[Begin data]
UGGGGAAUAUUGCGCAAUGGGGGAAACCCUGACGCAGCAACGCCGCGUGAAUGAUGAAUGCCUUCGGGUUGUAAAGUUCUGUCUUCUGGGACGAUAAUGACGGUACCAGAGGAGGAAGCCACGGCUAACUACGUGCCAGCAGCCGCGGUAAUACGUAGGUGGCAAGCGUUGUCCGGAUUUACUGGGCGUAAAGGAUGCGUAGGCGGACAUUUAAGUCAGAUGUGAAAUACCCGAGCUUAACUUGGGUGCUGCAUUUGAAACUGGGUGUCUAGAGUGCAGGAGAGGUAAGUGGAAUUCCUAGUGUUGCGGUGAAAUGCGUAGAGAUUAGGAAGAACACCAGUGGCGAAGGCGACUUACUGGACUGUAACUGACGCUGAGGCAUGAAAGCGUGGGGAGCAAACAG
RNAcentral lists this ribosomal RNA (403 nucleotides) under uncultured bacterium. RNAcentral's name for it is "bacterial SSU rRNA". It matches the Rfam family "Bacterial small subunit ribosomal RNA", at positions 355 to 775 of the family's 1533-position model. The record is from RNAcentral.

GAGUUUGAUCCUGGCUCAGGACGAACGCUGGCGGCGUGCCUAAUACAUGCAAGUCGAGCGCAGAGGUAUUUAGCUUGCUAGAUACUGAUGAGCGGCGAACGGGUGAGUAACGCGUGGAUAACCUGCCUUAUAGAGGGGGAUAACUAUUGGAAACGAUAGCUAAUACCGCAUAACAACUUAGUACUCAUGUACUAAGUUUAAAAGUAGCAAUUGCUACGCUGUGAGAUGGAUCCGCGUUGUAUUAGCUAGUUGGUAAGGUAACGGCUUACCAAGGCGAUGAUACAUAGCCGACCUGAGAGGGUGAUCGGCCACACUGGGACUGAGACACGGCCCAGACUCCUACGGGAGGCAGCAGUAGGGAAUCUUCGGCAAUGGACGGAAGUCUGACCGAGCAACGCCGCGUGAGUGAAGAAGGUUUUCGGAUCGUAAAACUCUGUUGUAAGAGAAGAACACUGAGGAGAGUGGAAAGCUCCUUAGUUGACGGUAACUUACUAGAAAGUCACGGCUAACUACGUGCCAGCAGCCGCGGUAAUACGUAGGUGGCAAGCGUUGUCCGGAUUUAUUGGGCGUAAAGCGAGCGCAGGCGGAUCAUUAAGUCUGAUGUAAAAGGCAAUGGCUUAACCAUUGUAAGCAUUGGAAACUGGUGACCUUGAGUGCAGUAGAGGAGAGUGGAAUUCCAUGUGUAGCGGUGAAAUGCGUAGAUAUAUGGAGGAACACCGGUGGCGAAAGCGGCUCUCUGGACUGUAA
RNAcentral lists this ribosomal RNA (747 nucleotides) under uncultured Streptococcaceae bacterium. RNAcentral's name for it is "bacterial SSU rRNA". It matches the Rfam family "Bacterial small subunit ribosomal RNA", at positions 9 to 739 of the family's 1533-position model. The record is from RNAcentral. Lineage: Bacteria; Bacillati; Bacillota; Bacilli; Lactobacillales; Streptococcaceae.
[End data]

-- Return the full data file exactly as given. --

UGGGGAAUAUUGCGCAAUGGGGGAAACCCUGACGCAGCAACGCCGCGUGAAUGAUGAAUGCCUUCGGGUUGUAAAGUUCUGUCUUCUGGGACGAUAAUGACGGUACCAGAGGAGGAAGCCACGGCUAACUACGUGCCAGCAGCCGCGGUAAUACGUAGGUGGCAAGCGUUGUCCGGAUUUACUGGGCGUAAAGGAUGCGUAGGCGGACAUUUAAGUCAGAUGUGAAAUACCCGAGCUUAACUUGGGUGCUGCAUUUGAAACUGGGUGUCUAGAGUGCAGGAGAGGUAAGUGGAAUUCCUAGUGUUGCGGUGAAAUGCGUAGAGAUUAGGAAGAACACCAGUGGCGAAGGCGACUUACUGGACUGUAACUGACGCUGAGGCAUGAAAGCGUGGGGAGCAAACAG
RNAcentral lists this ribosomal RNA (403 nucleotides) under uncultured bacterium. RNAcentral's name for it is "bacterial SSU rRNA". It matches the Rfam family "Bacterial small subunit ribosomal RNA", at positions 355 to 775 of the family's 1533-position model. The record is from RNAcentral.

GAGUUUGAUCCUGGCUCAGGACGAACGCUGGCGGCGUGCCUAAUACAUGCAAGUCGAGCGCAGAGGUAUUUAGCUUGCUAGAUACUGAUGAGCGGCGAACGGGUGAGUAACGCGUGGAUAACCUGCCUUAUAGAGGGGGAUAACUAUUGGAAACGAUAGCUAAUACCGCAUAACAACUUAGUACUCAUGUACUAAGUUUAAAAGUAGCAAUUGCUACGCUGUGAGAUGGAUCCGCGUUGUAUUAGCUAGUUGGUAAGGUAACGGCUUACCAAGGCGAUGAUACAUAGCCGACCUGAGAGGGUGAUCGGCCACACUGGGACUGAGACACGGCCCAGACUCCUACGGGAGGCAGCAGUAGGGAAUCUUCGGCAAUGGACGGAAGUCUGACCGAGCAACGCCGCGUGAGUGAAGAAGGUUUUCGGAUCGUAAAACUCUGUUGUAAGAGAAGAACACUGAGGAGAGUGGAAAGCUCCUUAGUUGACGGUAACUUACUAGAAAGUCACGGCUAACUACGUGCCAGCAGCCGCGGUAAUACGUAGGUGGCAAGCGUUGUCCGGAUUUAUUGGGCGUAAAGCGAGCGCAGGCGGAUCAUUAAGUCUGAUGUAAAAGGCAAUGGCUUAACCAUUGUAAGCAUUGGAAACUGGUGACCUUGAGUGCAGUAGAGGAGAGUGGAAUUCCAUGUGUAGCGGUGAAAUGCGUAGAUAUAUGGAGGAACACCGGUGGCGAAAGCGGCUCUCUGGACUGUAA
RNAcentral lists this ribosomal RNA (747 nucleotides) under uncultured Streptococcaceae bacterium. RNAcentral's name for it is "bacterial SSU rRNA". It matches the Rfam family "Bacterial small subunit ribosomal RNA", at positions 9 to 739 of the family's 1533-position model. The record is from RNAcentral. Lineage: Bacteria; Bacillati; Bacillota; Bacilli; Lactobacillales; Streptococcaceae.